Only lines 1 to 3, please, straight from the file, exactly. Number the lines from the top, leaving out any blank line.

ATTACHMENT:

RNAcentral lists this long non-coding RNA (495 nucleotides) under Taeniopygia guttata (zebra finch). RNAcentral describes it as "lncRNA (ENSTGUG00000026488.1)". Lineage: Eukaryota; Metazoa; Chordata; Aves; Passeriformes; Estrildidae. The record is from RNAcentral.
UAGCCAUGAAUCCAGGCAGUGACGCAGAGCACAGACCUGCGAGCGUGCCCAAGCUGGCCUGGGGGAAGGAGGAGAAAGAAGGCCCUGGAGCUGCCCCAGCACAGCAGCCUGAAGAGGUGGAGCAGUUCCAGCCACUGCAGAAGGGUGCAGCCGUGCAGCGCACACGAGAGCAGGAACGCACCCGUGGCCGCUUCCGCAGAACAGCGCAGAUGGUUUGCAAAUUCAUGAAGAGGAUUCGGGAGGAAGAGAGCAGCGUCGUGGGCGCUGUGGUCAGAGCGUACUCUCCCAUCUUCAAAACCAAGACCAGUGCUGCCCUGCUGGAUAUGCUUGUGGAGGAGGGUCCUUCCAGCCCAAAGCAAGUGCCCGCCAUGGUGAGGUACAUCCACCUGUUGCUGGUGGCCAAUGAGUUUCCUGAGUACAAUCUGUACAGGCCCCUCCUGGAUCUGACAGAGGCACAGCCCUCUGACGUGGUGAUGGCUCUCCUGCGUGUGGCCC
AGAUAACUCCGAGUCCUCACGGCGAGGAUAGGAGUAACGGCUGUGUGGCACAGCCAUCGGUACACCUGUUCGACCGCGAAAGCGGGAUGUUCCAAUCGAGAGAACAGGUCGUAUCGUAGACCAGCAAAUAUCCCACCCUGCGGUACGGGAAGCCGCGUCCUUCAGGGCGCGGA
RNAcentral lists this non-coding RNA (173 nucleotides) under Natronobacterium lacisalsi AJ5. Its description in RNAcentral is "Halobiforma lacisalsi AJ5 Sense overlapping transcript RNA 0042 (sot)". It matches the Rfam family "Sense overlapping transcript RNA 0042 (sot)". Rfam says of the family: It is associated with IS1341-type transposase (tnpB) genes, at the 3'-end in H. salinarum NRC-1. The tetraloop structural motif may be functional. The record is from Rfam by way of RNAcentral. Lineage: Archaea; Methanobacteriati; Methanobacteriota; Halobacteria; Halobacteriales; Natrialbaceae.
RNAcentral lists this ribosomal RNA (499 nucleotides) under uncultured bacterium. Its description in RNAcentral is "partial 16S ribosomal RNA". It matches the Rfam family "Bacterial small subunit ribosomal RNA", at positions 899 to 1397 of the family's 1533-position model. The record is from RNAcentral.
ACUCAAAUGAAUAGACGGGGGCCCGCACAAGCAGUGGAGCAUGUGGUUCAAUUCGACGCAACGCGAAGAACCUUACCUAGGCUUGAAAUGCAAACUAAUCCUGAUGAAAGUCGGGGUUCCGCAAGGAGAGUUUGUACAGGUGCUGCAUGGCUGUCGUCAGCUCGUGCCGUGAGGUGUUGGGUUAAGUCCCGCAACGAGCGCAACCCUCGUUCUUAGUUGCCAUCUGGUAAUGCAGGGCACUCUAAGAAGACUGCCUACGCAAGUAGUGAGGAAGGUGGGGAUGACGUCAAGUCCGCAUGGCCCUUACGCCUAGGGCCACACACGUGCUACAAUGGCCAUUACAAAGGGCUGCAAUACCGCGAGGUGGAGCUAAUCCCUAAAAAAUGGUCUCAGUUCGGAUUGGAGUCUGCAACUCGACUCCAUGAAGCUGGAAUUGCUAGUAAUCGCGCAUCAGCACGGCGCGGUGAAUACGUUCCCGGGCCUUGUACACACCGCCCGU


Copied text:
RNAcentral lists this long non-coding RNA (495 nucleotides) under Taeniopygia guttata (zebra finch). RNAcentral describes it as "lncRNA (ENSTGUG00000026488.1)". Lineage: Eukaryota; Metazoa; Chordata; Aves; Passeriformes; Estrildidae. The record is from RNAcentral.
UAGCCAUGAAUCCAGGCAGUGACGCAGAGCACAGACCUGCGAGCGUGCCCAAGCUGGCCUGGGGGAAGGAGGAGAAAGAAGGCCCUGGAGCUGCCCCAGCACAGCAGCCUGAAGAGGUGGAGCAGUUCCAGCCACUGCAGAAGGGUGCAGCCGUGCAGCGCACACGAGAGCAGGAACGCACCCGUGGCCGCUUCCGCAGAACAGCGCAGAUGGUUUGCAAAUUCAUGAAGAGGAUUCGGGAGGAAGAGAGCAGCGUCGUGGGCGCUGUGGUCAGAGCGUACUCUCCCAUCUUCAAAACCAAGACCAGUGCUGCCCUGCUGGAUAUGCUUGUGGAGGAGGGUCCUUCCAGCCCAAAGCAAGUGCCCGCCAUGGUGAGGUACAUCCACCUGUUGCUGGUGGCCAAUGAGUUUCCUGAGUACAAUCUGUACAGGCCCCUCCUGGAUCUGACAGAGGCACAGCCCUCUGACGUGGUGAUGGCUCUCCUGCGUGUGGCCC
AGAUAACUCCGAGUCCUCACGGCGAGGAUAGGAGUAACGGCUGUGUGGCACAGCCAUCGGUACACCUGUUCGACCGCGAAAGCGGGAUGUUCCAAUCGAGAGAACAGGUCGUAUCGUAGACCAGCAAAUAUCCCACCCUGCGGUACGGGAAGCCGCGUCCUUCAGGGCGCGGA